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STS:123 Takeoff From My Vantage Point  
User currently offlineeksath From United States of America, joined Aug 2004, 1317 posts, RR: 25
Posted (4 years 7 months 1 week 3 days 4 hours ago) and read 3564 times:
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This is as it was seen thru my eyes. I was 4 miles downrange standing on a NASA platform that gave a spectacular view of the action. Given that it was a night launch,it made things interesting even on top of the platform. Enjoy!

http://www.atapattu.net/atapattu11.html


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7 replies: All unread, jump to last
 
User currently offlineANITIX87 From United States of America, joined Mar 2005, 3309 posts, RR: 13
Reply 1, posted (4 years 7 months 1 week 3 days 3 hours ago) and read 3549 times:
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Hi, Suresh.

Great, great photos. I was going to start another thread, but I figure this is as good a place as any to ask since you work in the industry and the questions stemmed from watching the launch of STS-132.

1) Why does the shuttle perform its roll after take-off? I know it's so that it can move downrange, but would it be impossible to rotate the launch pad? Couldn't they, in theory, orient the launch pad differently to eliminate the need for the roll?

2) The orbiter goes upside-down after launch for the flight out of the atmosphere. Is this done for aerodynamic or safety reasons? In other words, is it necessary to have the heat shield in the direction of travel for the exit, too? I know the shuttle rotates back to a "normal" attitude with the center tank underneath it once it reaches a certain point, but why the initial upside-down attitude?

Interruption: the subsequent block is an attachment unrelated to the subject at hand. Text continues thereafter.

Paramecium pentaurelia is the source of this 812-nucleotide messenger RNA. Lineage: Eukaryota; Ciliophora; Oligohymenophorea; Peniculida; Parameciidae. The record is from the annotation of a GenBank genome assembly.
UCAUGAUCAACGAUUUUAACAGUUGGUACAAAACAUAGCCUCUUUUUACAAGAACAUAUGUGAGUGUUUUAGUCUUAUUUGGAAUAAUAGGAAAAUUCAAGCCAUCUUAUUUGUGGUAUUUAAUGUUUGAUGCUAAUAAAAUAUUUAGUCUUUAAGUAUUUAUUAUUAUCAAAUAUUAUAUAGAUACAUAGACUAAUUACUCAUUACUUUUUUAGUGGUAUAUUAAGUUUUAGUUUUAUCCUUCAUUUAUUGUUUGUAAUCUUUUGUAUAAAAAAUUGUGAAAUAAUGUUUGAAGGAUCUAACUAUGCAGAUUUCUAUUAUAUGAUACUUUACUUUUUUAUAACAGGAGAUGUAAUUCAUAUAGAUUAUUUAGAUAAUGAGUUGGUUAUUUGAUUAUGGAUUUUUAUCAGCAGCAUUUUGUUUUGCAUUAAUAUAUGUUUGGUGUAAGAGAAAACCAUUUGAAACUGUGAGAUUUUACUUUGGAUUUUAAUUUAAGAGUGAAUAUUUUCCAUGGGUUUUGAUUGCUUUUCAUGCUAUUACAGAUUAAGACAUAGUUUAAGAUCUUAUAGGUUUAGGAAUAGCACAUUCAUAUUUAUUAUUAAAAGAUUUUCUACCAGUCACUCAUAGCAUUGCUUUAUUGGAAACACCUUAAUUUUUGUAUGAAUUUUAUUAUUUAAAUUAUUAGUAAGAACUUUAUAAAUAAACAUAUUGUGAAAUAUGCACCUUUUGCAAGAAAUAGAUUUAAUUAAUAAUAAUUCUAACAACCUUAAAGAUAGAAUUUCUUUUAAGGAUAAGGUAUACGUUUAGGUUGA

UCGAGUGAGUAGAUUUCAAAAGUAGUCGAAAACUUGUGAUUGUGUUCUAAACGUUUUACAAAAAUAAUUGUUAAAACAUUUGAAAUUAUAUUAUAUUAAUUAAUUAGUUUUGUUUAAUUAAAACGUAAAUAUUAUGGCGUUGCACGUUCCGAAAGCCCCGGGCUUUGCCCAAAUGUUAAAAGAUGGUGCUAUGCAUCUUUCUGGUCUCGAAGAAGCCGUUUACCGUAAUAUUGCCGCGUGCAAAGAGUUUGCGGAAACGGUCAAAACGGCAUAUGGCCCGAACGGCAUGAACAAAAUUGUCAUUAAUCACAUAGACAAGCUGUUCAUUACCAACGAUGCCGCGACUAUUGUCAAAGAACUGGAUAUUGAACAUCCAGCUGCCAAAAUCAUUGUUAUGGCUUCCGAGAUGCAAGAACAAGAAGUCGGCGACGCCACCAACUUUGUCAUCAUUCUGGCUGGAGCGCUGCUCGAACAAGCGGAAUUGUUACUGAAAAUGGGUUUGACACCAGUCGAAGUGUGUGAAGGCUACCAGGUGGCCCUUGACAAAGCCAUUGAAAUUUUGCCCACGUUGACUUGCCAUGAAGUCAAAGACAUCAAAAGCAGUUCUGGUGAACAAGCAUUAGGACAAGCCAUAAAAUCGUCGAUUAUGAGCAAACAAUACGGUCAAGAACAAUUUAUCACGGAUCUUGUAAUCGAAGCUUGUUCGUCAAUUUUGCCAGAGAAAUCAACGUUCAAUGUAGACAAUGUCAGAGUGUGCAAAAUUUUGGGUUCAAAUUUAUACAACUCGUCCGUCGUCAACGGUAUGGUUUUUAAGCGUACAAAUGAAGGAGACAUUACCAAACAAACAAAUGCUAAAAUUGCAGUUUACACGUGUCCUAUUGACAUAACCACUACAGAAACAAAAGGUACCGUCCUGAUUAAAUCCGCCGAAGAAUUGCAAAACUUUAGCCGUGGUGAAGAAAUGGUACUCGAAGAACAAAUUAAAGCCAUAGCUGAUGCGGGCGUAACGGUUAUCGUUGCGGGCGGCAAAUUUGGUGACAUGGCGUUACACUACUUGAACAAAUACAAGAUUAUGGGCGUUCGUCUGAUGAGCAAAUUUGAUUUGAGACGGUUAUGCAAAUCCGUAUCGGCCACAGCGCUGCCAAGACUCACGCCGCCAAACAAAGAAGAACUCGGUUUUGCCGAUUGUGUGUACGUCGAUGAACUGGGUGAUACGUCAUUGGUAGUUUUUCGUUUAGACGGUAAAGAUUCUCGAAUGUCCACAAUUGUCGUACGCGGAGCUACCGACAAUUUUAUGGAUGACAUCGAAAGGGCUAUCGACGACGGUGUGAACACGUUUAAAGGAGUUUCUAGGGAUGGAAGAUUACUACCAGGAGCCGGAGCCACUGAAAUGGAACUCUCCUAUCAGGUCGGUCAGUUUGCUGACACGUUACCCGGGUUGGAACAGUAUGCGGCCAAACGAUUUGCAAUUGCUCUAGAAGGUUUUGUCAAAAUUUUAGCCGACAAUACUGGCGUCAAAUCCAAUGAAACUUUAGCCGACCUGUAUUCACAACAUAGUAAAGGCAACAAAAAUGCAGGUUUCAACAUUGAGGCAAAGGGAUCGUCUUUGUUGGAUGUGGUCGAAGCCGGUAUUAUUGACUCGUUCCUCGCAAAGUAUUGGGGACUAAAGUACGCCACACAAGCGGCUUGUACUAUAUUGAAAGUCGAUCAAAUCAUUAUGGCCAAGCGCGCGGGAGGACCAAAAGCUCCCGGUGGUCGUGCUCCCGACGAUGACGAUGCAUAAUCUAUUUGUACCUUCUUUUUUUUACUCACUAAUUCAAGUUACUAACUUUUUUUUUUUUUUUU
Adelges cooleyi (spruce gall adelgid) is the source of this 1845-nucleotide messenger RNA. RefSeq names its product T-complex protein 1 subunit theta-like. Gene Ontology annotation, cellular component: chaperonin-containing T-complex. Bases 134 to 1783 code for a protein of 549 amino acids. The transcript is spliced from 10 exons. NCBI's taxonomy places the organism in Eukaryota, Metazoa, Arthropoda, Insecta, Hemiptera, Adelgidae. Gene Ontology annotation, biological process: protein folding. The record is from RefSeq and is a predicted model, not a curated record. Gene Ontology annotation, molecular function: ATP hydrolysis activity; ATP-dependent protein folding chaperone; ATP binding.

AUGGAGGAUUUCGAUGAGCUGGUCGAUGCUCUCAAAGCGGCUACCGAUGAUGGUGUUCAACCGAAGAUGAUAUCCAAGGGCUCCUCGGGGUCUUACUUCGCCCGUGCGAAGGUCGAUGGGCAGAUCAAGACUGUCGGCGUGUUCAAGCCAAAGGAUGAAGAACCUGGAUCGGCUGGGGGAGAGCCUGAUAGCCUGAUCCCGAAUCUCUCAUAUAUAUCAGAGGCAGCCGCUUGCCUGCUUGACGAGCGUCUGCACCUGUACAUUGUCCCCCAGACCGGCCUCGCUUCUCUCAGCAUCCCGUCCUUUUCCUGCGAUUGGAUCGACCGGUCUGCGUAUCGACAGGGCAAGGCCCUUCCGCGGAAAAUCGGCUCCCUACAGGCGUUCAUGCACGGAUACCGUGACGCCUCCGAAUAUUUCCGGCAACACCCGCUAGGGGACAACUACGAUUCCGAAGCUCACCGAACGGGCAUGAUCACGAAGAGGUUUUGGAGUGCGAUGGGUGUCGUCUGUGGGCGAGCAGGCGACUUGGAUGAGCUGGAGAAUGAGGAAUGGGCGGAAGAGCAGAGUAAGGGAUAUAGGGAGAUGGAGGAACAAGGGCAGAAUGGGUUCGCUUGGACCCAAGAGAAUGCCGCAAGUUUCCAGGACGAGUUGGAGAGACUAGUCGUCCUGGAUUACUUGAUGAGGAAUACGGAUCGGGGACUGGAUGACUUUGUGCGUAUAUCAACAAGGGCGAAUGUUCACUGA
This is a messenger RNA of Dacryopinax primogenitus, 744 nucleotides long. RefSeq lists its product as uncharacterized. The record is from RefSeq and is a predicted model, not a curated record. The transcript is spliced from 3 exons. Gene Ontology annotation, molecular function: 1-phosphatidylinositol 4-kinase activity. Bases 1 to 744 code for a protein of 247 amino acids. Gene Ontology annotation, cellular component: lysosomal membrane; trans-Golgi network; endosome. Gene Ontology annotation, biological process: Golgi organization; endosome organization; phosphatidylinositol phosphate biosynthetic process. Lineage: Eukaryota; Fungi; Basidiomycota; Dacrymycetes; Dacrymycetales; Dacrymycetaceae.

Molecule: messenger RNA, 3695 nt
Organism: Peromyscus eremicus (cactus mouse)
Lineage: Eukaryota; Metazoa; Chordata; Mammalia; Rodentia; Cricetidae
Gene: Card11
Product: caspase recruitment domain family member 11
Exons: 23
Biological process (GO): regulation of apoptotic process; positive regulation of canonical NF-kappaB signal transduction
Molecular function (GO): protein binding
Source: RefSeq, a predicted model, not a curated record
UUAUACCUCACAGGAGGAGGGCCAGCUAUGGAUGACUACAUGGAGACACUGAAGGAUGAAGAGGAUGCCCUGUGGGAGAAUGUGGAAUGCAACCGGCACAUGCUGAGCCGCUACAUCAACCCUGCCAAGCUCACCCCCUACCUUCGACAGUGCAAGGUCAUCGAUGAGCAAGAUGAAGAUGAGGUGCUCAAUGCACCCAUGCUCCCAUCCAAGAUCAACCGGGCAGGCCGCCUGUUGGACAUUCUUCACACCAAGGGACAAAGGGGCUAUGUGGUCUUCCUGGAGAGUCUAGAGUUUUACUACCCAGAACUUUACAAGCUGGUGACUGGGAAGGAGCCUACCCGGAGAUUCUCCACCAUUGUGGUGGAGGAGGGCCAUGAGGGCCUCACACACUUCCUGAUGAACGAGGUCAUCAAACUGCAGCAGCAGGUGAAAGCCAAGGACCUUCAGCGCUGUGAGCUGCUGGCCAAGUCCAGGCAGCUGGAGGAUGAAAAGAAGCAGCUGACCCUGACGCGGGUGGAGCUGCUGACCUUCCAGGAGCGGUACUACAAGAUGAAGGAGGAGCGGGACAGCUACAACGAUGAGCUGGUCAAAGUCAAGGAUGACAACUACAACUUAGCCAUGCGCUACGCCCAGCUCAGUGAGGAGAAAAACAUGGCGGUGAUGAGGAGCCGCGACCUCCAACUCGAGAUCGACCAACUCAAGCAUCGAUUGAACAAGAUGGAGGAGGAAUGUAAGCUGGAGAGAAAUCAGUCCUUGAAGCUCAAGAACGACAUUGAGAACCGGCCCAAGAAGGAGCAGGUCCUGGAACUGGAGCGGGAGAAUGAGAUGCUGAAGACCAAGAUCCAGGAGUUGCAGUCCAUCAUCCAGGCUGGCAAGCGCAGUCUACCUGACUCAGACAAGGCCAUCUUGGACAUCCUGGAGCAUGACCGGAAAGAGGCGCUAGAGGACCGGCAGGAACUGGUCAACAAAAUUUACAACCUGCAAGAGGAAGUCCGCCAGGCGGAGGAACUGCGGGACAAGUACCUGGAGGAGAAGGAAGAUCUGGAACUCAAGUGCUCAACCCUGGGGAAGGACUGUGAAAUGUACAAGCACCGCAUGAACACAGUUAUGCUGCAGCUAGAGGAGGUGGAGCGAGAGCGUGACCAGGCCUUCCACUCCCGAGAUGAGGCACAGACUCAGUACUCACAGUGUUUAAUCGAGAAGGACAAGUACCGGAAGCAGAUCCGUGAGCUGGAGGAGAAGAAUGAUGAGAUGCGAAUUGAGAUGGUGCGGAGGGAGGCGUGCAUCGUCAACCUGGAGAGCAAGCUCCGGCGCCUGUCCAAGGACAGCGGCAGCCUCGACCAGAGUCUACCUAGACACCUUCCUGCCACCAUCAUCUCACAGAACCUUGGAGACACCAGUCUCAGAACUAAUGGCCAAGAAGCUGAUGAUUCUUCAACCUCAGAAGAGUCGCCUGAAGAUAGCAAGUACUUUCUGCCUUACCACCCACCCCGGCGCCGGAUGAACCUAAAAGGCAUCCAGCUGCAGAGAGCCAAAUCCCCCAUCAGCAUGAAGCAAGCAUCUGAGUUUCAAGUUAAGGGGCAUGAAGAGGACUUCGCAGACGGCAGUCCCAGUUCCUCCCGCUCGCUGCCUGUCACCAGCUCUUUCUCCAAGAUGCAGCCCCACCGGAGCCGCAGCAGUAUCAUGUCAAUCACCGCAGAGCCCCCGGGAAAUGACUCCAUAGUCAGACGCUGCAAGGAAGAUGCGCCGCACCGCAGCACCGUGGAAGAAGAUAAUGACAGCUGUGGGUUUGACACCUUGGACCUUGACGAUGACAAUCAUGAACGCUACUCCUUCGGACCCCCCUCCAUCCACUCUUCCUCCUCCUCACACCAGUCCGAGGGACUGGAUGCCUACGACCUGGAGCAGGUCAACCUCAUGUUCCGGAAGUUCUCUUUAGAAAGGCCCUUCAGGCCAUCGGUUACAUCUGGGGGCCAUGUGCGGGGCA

3) The shuttle is connected to the large center tank, and the two solid boosters. Do the boosters have their own fuel inside them? Along similar lines, does the shuttle carry its own fuel, or is this what the central tank is for? Or does the tank feed all three? What do the shuttle's engines burn? Is it the same stuff as the SRBs?

I'm sure I'll think of more questions. The whole launch process intrigues me greatly, so I'm keen to learn about it! I've read some online materials to get a basic idea (about engine-out scenarios, alternate landing strips, abort options, etc) but these questions came to mind regardless.

Thanks.

TIS



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User currently offlineZANL188 From United States of America, joined Oct 2006, 3594 posts, RR: 0
Reply 2, posted (4 years 7 months 1 week 3 days 3 hours ago) and read 3540 times:
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Quoting ANITIX87 (Reply 1):
1) Why does the shuttle perform its roll after take-off? I know it's so that it can move downrange, but would it be impossible to rotate the launch pad? Couldn't they, in theory, orient the launch pad differently to eliminate the need for the roll?

The roll establishes the shuttle on the correct heading much as an airliner will turn after take off to the correct heading. Since the shuttle launches vertically it uses roll to come to the correct heading vs yaw as an airliner would do.

It is no more practical to turn the launch pad to the correct heading than it would be to turn a runway to the correct heading for an airliner.

Quoting ANITIX87 (Reply 1):
2) The orbiter goes upside-down after launch for the flight out of the atmosphere. Is this done for aerodynamic or safety reasons? In other words, is it necessary to have the heat shield in the direction of travel for the exit, too? I know the shuttle rotates back to a "normal" attitude with the center tank underneath it once it reaches a certain point, but why the initial upside-down attitude?

It better aligns the thrust of the SSMEs with the desired direction of travel & center of gravity of the shuttle. Alignment of various antennas with respective ground stations and satellites is also a consideration.

Quoting ANITIX87 (Reply 1):
3) The shuttle is connected to the large center tank, and the two solid boosters. Do the boosters have their own fuel inside them? Along similar lines, does the shuttle carry its own fuel, or is this what the central tank is for? Or does the tank feed all three? What do the shuttle's engines burn? Is it the same stuff as the SRBs?